Bitcoin, the virtual currency that has gained worldwide prominence, could be about to undergo a split.
The dispute has emerged over the creation of Bitcoin XT, a new version of the currency that is being championed by some, but not all, of the core staff responsible for the cryptocurrency.
Bitcoin’s chief scientist Gavin Andresen and its chief developer Mike Hearn both believe that the adoption of XT is essential for the currency to cope with increased demand, but the reaction to the release within the Bitcoin community has been mixed. In particular, bitcoin miners in China are concerned about how the new version will affect currency control.
Bitcoin uses a system known as blockchain to record all transactions and is made up of 1MB blocks. Bitcoin XT, however, would have blockchains up to 8MB in size, making it incompatible with exiting software and causing a split. Critics believe that creating two separate currencies would damage Bitcoin’s credibility and erode consumer trust.
Speaking to the BBC, however, Mr Hearn has said that the XT version has experienced some initial success. "We've gone from zero people running the software to 10 per cent of the network in 72 hours, which is really good," he explained. But he did accept that not everyone had embraced the new format and that some of the core development team still had to be won over, increasing the risk of further currency splits in the future.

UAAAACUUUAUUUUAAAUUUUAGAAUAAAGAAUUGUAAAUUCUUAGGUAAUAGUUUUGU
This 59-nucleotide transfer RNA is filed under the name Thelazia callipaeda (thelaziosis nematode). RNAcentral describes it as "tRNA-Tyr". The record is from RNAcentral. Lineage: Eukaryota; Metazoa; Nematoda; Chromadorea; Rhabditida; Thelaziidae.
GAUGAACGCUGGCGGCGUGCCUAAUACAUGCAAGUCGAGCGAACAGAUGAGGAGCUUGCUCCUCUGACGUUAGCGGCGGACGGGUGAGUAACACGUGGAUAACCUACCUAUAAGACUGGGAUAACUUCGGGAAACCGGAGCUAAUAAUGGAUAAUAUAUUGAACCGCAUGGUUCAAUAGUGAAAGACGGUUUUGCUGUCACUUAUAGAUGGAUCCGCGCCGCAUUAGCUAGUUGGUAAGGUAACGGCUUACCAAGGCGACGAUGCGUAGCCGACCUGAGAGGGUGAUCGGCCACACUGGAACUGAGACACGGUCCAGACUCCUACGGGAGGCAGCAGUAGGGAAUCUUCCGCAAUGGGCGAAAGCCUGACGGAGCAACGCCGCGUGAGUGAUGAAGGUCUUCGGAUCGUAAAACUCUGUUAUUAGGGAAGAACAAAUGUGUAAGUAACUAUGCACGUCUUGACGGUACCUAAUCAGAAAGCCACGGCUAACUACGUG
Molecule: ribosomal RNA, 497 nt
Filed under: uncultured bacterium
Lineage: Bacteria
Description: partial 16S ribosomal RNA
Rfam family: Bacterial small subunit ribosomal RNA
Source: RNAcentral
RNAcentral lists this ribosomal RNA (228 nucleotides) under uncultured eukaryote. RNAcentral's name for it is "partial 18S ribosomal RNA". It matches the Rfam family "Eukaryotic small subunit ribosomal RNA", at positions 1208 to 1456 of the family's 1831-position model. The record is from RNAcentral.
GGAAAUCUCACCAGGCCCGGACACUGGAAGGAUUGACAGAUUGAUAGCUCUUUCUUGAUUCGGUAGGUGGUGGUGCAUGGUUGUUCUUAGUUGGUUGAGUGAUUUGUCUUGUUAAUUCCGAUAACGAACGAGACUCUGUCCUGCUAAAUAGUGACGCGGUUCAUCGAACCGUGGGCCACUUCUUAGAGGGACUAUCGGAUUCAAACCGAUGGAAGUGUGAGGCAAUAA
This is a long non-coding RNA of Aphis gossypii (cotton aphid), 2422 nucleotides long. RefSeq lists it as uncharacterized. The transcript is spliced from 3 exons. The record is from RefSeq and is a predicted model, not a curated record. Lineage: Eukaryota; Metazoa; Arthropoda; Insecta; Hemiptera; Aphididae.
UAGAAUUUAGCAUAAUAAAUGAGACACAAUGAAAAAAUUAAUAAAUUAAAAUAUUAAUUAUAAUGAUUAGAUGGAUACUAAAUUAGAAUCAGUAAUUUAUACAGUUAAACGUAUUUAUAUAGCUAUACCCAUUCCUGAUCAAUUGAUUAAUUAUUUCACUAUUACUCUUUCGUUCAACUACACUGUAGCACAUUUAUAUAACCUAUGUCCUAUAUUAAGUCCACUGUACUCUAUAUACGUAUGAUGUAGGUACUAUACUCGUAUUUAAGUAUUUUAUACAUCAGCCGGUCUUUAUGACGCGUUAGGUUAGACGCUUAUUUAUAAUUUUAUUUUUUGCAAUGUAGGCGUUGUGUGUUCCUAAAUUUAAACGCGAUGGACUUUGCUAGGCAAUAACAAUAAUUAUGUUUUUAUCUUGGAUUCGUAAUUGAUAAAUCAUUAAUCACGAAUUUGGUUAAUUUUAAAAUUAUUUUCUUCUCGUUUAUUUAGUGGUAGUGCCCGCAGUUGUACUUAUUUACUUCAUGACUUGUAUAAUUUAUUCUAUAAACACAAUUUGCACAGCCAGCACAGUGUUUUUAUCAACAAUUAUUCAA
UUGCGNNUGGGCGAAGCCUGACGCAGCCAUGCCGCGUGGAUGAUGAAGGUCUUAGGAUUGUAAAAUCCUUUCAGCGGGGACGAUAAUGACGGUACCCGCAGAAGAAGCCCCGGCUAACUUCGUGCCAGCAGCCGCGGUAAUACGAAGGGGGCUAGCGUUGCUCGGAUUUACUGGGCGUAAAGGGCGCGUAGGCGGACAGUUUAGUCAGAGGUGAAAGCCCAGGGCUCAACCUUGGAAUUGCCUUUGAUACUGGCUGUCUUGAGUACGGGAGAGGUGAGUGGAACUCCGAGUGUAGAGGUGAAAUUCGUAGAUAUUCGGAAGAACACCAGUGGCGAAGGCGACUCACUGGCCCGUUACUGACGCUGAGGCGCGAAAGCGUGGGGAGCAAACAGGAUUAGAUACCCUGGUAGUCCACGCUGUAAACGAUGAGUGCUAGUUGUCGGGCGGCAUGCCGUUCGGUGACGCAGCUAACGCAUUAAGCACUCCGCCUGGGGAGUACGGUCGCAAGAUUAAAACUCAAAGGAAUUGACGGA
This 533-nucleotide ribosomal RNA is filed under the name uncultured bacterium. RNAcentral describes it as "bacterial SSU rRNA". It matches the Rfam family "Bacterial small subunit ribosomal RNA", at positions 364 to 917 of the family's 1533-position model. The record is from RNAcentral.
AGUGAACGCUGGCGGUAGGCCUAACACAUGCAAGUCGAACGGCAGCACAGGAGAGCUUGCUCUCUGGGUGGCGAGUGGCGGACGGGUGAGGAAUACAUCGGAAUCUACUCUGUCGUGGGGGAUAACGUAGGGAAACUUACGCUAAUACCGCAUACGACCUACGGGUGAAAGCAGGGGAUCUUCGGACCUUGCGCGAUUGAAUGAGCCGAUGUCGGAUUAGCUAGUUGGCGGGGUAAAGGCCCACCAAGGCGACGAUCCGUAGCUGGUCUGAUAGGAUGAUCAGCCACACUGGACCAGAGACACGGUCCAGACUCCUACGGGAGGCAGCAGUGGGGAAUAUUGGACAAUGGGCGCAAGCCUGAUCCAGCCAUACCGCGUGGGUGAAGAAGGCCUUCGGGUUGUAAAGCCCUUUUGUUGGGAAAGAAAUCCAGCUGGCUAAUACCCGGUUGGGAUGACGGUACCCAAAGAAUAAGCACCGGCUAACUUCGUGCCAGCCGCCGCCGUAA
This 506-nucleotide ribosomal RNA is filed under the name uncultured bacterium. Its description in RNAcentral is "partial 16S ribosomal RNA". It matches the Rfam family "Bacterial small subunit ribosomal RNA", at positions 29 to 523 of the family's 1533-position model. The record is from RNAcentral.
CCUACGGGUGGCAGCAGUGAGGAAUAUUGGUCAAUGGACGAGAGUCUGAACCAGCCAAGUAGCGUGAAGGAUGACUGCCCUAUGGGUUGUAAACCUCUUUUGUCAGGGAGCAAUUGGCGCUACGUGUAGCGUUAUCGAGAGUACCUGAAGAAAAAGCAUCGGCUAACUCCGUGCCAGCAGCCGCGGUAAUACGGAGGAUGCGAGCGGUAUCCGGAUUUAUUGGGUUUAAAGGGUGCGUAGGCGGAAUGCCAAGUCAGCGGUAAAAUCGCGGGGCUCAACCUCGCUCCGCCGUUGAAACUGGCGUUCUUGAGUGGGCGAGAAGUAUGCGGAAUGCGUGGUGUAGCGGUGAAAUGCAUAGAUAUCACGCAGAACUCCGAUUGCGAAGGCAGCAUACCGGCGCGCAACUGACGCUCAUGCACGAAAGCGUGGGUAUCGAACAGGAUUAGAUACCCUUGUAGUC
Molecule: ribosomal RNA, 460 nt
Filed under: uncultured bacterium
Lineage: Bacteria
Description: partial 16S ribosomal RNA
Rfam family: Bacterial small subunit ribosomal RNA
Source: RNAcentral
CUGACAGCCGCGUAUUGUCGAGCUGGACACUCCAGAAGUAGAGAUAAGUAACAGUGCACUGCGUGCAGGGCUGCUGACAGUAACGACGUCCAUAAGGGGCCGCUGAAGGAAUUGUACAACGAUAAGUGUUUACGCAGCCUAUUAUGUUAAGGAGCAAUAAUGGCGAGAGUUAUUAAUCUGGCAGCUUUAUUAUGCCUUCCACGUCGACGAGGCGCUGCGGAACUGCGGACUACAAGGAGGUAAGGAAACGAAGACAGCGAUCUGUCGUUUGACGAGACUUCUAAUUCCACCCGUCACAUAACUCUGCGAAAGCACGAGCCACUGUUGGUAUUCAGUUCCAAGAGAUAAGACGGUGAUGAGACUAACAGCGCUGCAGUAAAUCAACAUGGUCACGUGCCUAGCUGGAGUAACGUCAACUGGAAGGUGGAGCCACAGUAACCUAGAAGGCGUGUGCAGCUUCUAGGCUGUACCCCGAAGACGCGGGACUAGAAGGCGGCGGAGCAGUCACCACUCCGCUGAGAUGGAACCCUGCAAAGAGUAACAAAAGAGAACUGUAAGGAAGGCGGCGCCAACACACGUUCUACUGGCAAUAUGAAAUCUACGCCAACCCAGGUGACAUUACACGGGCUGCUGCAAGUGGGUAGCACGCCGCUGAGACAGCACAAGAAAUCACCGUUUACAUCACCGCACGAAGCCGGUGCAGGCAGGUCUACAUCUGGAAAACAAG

In addition, a researcher at the Oxford Internet Institute believes that the larger blockchains used by Bitcoin XT could be prohibitive for some miners.
"Downloading the whole blockchain is already such an effort that most people choose not to run Bitcoin on their computers," explained Dr Vili Lehdonvirta. "This would put Bitcoin on a trajectory where that problem is exaggerated."